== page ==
The world has been trying to address hunger for several decades – but are we addressing it in the right way? In 2020, when the pandemic hit the world, did it bring hunger and food insecurity with it, or did the pandemic just re-emphasize an already existing problem? In this talk, Kritika Gupta highlights the lesser addressed aspects of food insecurity and proposes that the Right to Food needs to be binding by law.
Originally from Punjab (India), Gupta’s broad areas of research address nutrition policy, food insecurity, and child nutrition. Growing up in Punjab, also known as the breadbasket of India, majorly shaped her research interests. Food, she says, is the basic need of any living being, and needs to be the first and the foremost priority for any nation to ensure healthier generations. Kritika was a recipient of the 2018 AcSIR-Kalam Fellowship.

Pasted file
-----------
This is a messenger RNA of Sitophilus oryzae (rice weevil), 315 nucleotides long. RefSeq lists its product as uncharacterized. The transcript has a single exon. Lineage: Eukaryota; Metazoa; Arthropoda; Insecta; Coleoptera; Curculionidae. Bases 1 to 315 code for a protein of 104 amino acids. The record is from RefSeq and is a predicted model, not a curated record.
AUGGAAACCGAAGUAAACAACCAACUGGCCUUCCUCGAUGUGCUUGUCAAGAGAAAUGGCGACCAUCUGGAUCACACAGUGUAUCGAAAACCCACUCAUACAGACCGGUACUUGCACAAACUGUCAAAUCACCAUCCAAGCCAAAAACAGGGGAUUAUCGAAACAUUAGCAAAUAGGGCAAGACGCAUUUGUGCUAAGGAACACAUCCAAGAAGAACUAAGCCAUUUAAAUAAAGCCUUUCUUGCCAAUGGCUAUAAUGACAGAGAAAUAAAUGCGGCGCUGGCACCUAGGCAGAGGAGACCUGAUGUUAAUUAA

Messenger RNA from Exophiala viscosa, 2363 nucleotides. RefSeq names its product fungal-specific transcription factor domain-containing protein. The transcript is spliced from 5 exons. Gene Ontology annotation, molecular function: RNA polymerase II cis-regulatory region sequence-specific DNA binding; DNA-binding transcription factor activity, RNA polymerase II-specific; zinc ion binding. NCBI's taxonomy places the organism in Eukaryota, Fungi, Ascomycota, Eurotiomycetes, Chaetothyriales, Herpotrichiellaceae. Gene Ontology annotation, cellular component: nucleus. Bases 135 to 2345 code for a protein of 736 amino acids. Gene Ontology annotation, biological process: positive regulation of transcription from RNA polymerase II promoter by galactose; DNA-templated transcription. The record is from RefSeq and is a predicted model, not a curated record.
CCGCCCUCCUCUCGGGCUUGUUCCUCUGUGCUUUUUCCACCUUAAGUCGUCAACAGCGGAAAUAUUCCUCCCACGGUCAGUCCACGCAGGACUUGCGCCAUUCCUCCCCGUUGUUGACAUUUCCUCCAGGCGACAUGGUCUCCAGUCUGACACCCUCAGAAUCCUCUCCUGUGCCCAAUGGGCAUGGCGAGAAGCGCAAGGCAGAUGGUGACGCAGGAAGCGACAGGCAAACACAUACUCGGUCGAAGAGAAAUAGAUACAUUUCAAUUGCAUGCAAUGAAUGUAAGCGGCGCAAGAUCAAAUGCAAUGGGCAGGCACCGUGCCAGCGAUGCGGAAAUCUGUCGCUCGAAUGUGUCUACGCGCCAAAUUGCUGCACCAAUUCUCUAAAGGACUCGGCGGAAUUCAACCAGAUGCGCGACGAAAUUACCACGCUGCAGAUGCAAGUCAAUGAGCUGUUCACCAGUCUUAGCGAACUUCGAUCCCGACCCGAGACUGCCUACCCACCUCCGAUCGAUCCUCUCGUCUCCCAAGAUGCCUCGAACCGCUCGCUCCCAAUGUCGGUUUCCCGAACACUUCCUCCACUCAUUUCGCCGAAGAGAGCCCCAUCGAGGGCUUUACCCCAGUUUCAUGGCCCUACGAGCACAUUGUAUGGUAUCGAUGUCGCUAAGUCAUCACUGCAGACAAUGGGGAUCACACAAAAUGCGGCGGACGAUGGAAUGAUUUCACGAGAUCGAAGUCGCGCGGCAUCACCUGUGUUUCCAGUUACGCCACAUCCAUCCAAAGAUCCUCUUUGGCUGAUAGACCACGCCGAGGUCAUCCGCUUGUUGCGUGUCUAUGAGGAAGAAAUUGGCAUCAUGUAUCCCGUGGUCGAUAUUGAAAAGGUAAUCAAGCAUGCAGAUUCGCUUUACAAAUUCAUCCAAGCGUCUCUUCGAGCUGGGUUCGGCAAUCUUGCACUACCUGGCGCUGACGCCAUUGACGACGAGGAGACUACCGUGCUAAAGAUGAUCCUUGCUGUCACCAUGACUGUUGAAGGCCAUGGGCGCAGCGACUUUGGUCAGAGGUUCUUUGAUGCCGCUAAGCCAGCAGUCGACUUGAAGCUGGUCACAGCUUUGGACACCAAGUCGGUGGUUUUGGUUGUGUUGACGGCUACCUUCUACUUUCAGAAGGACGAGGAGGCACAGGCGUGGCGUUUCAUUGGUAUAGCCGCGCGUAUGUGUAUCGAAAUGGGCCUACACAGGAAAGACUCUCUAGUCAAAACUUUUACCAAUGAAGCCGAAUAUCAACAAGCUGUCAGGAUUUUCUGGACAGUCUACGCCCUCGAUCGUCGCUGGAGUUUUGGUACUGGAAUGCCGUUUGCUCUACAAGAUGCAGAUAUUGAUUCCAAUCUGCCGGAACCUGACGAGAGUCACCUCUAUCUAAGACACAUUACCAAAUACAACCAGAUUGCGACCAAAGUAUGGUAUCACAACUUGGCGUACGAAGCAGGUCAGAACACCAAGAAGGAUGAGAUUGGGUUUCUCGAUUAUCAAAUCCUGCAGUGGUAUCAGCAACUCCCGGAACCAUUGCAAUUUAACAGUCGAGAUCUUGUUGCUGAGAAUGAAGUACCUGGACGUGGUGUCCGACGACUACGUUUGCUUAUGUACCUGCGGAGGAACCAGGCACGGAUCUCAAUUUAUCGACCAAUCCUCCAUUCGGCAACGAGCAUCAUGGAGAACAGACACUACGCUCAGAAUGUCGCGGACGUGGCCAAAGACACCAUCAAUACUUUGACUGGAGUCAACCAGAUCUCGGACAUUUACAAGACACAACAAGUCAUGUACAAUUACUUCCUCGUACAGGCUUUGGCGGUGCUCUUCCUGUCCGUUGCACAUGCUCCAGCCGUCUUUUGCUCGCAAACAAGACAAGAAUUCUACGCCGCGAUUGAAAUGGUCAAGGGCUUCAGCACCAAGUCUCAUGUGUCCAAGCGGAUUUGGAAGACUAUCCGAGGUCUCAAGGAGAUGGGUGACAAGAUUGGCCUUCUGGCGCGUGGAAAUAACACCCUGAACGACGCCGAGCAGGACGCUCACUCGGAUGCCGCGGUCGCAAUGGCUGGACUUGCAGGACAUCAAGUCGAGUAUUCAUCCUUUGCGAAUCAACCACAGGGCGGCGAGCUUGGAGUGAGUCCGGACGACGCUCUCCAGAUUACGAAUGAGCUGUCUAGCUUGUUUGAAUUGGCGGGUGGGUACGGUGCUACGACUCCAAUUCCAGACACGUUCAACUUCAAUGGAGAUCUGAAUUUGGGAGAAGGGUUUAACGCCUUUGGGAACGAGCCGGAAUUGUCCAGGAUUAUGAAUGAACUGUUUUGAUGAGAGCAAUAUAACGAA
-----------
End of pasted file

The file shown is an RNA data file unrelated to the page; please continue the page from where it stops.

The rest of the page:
Kritika Gupta, is a Ph.D student in Nutrition at the University of Mississippi. Gupta is passionate about child nutrition, school wellness policies, science communication, and mental health. Her research project aims to understand the resilience capacity of school food environments in the wake of the COVID-19 pandemic. Her talk will emphasize that the pandemic has only “re-emphasized an already existing, horrific need for building hunger-resilient communities.”